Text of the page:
The City of Columbia supports Columbia Housing Authority’s plan to increase resident participation in the Resident’s Executive Council by 50% and increase the number of employed residents by 10%.

In May 2016, CHA is opened its waiting list for two housing programs and accepted applications:

1. The Public Housing Program for Elderly Housing public housing apartments only for the Marion Street Highrise (1930 Marion Street) and the Oak-Read Highrise (2211 Read Street). Applicant for must be 62 years old or older. All persons in the household must be over 62. Income requirements: less than $35,950.

2. The Project Based Housing Choice Voucher Program (PBV).


  • Village at Rivers Edge (McQueen St., opening May, 2016) 2 and 3 bedroom units

  • Gable Oaks (901 Colleton St., opening summer, 2016) 1, 2, and 3 bedroom units

  • c. Lorick Place (West Ave., opening 2017) 2 and 3 bedroom units

For this PBV Program, the Voucher is connected to the apartment and not used at any other location.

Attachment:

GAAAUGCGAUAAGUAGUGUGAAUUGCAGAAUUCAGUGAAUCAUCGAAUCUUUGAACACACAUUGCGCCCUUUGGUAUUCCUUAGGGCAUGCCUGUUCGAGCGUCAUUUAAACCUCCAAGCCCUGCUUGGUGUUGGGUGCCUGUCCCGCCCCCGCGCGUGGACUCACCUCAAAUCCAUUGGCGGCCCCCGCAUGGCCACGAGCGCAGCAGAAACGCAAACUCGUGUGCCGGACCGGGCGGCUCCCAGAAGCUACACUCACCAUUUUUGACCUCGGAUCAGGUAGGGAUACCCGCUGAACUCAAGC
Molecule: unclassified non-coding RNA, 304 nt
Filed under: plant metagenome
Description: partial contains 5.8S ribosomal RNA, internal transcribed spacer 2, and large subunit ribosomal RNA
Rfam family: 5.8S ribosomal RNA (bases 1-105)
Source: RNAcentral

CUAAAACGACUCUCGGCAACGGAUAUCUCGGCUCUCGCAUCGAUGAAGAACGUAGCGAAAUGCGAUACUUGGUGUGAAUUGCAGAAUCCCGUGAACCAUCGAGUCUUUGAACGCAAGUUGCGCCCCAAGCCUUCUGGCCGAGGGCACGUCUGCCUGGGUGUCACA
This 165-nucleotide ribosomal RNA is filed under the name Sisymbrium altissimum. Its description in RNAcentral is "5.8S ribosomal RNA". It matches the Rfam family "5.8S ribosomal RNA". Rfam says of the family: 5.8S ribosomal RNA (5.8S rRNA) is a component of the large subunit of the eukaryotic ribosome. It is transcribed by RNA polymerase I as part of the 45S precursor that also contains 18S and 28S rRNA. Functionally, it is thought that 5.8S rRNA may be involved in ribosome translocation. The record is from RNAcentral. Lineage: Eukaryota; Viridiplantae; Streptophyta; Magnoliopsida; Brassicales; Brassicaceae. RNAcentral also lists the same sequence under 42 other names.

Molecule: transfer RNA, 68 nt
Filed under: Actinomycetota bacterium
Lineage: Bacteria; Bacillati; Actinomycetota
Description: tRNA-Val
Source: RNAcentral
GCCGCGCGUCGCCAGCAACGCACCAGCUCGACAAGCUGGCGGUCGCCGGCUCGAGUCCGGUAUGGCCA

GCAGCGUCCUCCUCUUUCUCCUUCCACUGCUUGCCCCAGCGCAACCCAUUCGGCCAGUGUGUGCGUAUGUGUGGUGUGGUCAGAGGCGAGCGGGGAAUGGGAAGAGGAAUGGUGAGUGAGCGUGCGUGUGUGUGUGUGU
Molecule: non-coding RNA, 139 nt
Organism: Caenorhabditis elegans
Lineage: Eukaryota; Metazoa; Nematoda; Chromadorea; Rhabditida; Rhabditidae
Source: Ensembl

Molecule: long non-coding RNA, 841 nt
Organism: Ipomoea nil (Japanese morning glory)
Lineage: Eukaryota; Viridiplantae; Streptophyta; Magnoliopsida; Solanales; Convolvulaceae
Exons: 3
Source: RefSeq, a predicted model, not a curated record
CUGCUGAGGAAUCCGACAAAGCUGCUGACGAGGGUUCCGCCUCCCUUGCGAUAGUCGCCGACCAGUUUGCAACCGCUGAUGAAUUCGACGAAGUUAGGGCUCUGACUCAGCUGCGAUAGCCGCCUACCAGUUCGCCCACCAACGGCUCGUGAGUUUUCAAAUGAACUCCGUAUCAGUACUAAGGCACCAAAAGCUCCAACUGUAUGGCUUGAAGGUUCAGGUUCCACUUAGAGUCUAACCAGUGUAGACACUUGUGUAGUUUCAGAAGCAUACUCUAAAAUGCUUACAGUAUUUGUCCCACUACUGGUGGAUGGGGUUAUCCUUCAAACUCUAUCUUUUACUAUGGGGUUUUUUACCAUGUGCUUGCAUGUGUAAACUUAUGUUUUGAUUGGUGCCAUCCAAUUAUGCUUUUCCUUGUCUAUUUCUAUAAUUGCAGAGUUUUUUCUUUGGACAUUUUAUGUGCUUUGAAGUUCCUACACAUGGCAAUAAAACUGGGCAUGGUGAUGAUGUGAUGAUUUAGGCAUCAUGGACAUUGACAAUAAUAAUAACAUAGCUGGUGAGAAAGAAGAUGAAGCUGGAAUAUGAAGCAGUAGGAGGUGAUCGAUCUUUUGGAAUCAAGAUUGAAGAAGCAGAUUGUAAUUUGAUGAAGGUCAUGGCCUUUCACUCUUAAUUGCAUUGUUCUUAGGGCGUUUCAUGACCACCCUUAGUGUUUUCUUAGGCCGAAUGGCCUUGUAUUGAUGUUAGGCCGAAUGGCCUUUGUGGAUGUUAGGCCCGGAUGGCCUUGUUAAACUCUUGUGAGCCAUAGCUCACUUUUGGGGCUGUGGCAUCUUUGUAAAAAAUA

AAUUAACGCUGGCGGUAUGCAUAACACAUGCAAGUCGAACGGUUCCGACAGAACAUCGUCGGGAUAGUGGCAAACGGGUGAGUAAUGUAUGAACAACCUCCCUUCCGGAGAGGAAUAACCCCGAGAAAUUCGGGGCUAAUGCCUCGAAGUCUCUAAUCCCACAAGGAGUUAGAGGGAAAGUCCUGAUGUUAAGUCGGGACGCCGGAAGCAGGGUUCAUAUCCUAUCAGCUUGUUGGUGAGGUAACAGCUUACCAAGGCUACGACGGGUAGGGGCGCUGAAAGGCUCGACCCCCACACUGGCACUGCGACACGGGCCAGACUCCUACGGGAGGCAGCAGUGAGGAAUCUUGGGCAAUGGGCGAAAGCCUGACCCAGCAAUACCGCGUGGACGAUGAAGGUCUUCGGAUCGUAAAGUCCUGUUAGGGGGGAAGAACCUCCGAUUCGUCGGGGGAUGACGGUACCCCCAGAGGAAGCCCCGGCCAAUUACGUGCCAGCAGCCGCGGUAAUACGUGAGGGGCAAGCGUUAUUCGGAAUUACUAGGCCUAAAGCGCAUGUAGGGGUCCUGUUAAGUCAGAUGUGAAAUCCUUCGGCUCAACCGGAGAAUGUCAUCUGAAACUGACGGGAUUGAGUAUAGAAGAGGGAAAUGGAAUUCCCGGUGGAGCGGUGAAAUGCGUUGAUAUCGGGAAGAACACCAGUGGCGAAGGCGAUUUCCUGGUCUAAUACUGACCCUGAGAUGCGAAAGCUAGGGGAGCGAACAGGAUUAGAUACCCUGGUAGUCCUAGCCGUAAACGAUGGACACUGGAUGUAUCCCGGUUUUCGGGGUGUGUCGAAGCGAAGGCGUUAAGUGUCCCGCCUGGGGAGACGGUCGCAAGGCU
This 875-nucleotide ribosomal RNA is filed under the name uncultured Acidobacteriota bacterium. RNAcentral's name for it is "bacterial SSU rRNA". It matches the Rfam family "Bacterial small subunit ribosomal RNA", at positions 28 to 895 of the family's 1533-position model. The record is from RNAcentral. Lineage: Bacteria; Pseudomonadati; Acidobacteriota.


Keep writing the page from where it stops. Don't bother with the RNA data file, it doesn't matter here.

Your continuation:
Actions to encourage public housing residents to become more involved in management and participate in homeownership

The City of Columbia is recommending funding ($53,500) to CHA for its “Learning to Build Houses” Program for FY 2016-17. This program will allow youth from Richland School District One to learn construction skills necessary for them to become employable as skilled construction labor. In addition, the City has made a financial commitment for the demolition of Gonzales Gardens utilizing approximately $1 million in Neighborhood Investment Program (NIP) funding.



If the PHA is designated as troubled, describe the manner in which financial assistance will be provided or other assistance

Discussion

CHA is a High-Performing Housing Authority (Score 92 out of 100). It is ranked third in the nation for best public housing practices.